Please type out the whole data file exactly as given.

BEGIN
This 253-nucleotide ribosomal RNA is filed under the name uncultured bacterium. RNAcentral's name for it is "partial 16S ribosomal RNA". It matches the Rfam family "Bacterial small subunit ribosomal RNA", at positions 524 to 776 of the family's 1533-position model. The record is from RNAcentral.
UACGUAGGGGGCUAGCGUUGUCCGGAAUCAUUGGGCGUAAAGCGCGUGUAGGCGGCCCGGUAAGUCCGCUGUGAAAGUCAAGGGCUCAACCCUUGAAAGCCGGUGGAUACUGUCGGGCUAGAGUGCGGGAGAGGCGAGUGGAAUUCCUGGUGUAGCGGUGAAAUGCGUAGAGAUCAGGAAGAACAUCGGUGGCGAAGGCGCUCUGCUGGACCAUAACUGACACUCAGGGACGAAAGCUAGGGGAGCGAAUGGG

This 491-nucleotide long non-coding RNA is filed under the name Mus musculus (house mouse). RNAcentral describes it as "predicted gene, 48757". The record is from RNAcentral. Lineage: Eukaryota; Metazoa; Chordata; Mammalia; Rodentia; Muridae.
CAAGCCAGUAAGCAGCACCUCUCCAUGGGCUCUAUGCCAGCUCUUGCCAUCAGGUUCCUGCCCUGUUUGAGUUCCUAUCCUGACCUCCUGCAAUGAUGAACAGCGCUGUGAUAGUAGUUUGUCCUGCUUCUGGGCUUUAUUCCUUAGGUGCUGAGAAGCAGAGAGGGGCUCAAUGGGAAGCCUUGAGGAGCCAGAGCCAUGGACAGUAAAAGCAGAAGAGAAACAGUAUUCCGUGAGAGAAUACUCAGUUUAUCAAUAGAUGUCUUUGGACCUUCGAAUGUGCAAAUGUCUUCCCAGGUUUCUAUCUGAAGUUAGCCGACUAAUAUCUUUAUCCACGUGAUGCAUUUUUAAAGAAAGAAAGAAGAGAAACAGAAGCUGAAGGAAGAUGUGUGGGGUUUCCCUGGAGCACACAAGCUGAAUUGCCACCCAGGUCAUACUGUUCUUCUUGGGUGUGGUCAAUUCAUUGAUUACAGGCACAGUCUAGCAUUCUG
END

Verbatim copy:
This 253-nucleotide ribosomal RNA is filed under the name uncultured bacterium. RNAcentral's name for it is "partial 16S ribosomal RNA". It matches the Rfam family "Bacterial small subunit ribosomal RNA", at positions 524 to 776 of the family's 1533-position model. The record is from RNAcentral.
UACGUAGGGGGCUAGCGUUGUCCGGAAUCAUUGGGCGUAAAGCGCGUGUAGGCGGCCCGGUAAGUCCGCUGUGAAAGUCAAGGGCUCAACCCUUGAAAGCCGGUGGAUACUGUCGGGCUAGAGUGCGGGAGAGGCGAGUGGAAUUCCUGGUGUAGCGGUGAAAUGCGUAGAGAUCAGGAAGAACAUCGGUGGCGAAGGCGCUCUGCUGGACCAUAACUGACACUCAGGGACGAAAGCUAGGGGAGCGAAUGGG

This 491-nucleotide long non-coding RNA is filed under the name Mus musculus (house mouse). RNAcentral describes it as "predicted gene, 48757". The record is from RNAcentral. Lineage: Eukaryota; Metazoa; Chordata; Mammalia; Rodentia; Muridae.
CAAGCCAGUAAGCAGCACCUCUCCAUGGGCUCUAUGCCAGCUCUUGCCAUCAGGUUCCUGCCCUGUUUGAGUUCCUAUCCUGACCUCCUGCAAUGAUGAACAGCGCUGUGAUAGUAGUUUGUCCUGCUUCUGGGCUUUAUUCCUUAGGUGCUGAGAAGCAGAGAGGGGCUCAAUGGGAAGCCUUGAGGAGCCAGAGCCAUGGACAGUAAAAGCAGAAGAGAAACAGUAUUCCGUGAGAGAAUACUCAGUUUAUCAAUAGAUGUCUUUGGACCUUCGAAUGUGCAAAUGUCUUCCCAGGUUUCUAUCUGAAGUUAGCCGACUAAUAUCUUUAUCCACGUGAUGCAUUUUUAAAGAAAGAAAGAAGAGAAACAGAAGCUGAAGGAAGAUGUGUGGGGUUUCCCUGGAGCACACAAGCUGAAUUGCCACCCAGGUCAUACUGUUCUUCUUGGGUGUGGUCAAUUCAUUGAUUACAGGCACAGUCUAGCAUUCUG